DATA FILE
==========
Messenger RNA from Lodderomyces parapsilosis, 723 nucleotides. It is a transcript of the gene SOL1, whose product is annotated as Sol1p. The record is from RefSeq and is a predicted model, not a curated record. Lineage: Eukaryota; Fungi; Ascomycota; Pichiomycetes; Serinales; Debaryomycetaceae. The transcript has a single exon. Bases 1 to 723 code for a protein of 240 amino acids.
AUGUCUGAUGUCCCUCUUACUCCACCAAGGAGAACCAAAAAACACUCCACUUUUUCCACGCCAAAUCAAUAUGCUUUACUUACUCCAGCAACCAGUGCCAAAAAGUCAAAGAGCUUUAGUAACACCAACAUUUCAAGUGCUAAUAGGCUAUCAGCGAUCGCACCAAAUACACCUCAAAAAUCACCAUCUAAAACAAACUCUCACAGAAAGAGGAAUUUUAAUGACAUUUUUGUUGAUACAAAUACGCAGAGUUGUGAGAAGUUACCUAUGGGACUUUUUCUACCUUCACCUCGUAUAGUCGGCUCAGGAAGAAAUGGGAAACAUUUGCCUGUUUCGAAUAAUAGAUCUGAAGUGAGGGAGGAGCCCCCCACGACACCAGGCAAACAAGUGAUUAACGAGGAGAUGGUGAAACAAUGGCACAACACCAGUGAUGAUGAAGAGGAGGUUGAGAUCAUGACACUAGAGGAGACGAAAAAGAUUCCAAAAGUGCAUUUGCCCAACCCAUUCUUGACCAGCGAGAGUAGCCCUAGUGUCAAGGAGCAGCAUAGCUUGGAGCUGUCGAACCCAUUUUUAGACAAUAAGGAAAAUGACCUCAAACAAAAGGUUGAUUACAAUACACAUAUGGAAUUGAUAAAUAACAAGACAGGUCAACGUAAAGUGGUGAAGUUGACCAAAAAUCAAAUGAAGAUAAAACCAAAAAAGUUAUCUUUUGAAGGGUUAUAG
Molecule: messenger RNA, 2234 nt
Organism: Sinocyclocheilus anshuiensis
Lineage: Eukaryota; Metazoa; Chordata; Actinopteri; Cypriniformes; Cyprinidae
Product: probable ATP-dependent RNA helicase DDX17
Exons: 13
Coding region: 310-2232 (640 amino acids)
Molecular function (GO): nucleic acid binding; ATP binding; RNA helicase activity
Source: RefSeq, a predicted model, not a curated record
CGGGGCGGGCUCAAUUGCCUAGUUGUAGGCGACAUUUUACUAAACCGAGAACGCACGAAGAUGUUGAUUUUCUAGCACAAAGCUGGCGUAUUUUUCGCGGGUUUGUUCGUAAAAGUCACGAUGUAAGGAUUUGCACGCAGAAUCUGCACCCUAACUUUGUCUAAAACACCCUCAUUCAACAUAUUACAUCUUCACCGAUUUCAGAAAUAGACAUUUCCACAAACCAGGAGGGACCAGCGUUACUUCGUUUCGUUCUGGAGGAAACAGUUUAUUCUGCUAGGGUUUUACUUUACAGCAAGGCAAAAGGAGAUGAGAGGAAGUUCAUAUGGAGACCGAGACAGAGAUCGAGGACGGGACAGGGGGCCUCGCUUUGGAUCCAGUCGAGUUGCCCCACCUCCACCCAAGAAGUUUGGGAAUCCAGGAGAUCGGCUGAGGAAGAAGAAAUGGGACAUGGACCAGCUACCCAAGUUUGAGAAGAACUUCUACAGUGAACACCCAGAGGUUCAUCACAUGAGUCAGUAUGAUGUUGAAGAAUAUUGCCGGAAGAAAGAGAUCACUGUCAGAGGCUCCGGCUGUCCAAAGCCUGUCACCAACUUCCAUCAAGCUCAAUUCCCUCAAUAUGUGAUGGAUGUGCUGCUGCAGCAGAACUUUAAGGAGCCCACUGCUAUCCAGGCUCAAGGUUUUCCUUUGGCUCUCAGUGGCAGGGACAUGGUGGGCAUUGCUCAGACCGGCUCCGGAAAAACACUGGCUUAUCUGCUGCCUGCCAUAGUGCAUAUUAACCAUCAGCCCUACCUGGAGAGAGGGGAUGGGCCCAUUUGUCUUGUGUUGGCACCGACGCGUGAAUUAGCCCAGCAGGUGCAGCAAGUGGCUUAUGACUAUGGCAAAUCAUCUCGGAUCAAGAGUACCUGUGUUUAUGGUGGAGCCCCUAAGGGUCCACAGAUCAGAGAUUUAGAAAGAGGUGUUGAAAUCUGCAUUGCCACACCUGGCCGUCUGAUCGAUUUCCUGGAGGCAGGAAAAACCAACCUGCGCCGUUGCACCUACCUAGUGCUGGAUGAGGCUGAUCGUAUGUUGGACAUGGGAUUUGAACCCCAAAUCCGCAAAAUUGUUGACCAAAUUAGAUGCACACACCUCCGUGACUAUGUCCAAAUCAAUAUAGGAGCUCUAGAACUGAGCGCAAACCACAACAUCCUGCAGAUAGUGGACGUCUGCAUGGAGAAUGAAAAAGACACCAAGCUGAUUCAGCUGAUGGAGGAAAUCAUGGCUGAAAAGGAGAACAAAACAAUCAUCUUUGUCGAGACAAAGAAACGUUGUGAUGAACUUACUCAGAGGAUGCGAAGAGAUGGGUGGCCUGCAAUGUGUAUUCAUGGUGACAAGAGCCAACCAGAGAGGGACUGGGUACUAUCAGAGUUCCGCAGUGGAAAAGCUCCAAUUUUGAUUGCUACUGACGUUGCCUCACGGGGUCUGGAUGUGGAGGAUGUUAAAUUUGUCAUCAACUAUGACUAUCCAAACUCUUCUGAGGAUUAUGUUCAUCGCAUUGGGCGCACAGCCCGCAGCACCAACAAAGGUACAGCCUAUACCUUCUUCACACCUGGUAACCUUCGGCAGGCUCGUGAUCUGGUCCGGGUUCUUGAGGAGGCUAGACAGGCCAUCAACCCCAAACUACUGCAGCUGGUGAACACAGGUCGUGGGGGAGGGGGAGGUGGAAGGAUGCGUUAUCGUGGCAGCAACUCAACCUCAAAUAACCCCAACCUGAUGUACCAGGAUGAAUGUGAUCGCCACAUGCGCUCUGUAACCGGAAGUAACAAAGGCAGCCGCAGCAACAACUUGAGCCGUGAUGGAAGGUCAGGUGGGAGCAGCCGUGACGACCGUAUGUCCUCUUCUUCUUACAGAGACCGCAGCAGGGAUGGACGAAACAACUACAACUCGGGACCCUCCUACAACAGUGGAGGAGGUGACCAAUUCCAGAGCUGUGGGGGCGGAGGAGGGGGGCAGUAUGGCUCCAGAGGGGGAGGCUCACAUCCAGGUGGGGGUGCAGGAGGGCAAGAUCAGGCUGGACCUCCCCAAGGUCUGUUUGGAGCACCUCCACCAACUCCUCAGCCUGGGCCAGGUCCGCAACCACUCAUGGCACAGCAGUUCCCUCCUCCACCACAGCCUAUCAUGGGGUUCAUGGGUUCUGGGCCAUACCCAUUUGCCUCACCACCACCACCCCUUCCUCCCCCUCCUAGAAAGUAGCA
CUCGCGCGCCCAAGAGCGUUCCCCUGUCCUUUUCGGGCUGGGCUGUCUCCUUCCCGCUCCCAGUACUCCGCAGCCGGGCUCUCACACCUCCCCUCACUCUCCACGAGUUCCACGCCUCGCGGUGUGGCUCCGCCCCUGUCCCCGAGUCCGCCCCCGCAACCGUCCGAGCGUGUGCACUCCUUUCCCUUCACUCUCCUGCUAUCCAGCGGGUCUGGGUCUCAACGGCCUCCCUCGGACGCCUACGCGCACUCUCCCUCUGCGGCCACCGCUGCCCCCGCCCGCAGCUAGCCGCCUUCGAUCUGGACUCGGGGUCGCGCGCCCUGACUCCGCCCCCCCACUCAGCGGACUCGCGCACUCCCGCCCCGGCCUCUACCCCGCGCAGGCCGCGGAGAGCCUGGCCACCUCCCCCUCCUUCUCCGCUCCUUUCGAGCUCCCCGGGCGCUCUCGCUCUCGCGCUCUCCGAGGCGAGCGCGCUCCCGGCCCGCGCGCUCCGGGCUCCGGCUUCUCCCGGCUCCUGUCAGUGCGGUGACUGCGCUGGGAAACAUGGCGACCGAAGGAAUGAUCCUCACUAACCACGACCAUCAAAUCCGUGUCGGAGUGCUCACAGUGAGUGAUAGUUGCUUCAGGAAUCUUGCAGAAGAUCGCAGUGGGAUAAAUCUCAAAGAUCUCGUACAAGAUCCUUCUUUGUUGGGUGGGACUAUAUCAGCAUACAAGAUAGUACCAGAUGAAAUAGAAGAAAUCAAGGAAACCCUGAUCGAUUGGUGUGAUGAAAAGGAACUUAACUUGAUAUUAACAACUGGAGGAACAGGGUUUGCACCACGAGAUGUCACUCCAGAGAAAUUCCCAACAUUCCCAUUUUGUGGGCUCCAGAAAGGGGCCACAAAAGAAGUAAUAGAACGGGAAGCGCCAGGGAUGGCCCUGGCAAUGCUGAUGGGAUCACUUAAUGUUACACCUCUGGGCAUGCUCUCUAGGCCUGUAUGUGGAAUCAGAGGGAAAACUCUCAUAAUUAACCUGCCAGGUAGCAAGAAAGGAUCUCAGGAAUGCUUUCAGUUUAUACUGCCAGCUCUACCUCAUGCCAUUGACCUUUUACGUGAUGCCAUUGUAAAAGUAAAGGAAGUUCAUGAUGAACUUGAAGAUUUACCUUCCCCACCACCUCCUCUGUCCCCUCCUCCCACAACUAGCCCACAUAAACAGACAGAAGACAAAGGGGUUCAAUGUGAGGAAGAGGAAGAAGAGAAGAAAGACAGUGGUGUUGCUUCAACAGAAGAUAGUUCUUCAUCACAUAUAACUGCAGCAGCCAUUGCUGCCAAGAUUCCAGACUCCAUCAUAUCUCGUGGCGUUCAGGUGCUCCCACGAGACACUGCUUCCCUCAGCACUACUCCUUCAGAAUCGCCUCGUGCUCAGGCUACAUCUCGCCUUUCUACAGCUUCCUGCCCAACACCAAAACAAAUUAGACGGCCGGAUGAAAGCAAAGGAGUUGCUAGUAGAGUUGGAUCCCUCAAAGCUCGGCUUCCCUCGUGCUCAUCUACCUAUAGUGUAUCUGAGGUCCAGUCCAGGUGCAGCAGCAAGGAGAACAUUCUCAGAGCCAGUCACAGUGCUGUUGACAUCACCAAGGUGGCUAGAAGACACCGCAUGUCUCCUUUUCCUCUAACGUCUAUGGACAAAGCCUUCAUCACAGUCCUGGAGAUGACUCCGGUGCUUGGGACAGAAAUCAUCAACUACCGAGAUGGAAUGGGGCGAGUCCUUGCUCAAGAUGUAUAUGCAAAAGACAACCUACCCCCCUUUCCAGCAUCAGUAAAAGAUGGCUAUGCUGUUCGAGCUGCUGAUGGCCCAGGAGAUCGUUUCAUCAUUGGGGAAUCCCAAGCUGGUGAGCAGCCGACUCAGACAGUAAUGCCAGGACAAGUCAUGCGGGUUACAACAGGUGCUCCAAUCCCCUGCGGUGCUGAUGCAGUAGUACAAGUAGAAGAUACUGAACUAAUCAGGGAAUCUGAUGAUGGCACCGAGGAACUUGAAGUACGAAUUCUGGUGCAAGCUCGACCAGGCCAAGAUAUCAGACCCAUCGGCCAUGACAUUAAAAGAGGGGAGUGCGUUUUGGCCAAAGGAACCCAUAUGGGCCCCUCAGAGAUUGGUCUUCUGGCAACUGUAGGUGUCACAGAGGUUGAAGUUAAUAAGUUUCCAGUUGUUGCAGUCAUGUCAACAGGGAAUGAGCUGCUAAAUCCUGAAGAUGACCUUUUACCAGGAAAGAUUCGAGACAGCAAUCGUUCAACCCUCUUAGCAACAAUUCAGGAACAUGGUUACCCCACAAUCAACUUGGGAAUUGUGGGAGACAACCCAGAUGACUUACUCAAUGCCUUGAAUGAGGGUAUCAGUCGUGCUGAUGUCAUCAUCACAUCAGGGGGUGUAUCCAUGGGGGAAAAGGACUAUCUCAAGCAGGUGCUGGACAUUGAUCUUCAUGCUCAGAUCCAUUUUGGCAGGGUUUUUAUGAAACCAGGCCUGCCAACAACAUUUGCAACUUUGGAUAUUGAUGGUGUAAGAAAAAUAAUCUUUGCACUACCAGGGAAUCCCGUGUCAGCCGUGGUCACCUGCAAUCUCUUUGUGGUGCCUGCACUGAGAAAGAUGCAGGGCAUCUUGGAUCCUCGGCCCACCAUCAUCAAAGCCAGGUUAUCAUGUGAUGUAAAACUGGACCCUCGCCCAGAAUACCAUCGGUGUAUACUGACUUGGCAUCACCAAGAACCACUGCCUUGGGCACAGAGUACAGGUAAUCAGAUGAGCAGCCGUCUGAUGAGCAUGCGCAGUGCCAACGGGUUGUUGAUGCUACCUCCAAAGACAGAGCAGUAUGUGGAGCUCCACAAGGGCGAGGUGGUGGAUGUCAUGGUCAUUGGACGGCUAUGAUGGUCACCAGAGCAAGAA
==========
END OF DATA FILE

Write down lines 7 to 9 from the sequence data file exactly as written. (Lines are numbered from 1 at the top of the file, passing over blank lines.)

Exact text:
Exons: 13
Coding region: 310-2232 (640 amino acids)
Molecular function (GO): nucleic acid binding; ATP binding; RNA helicase activity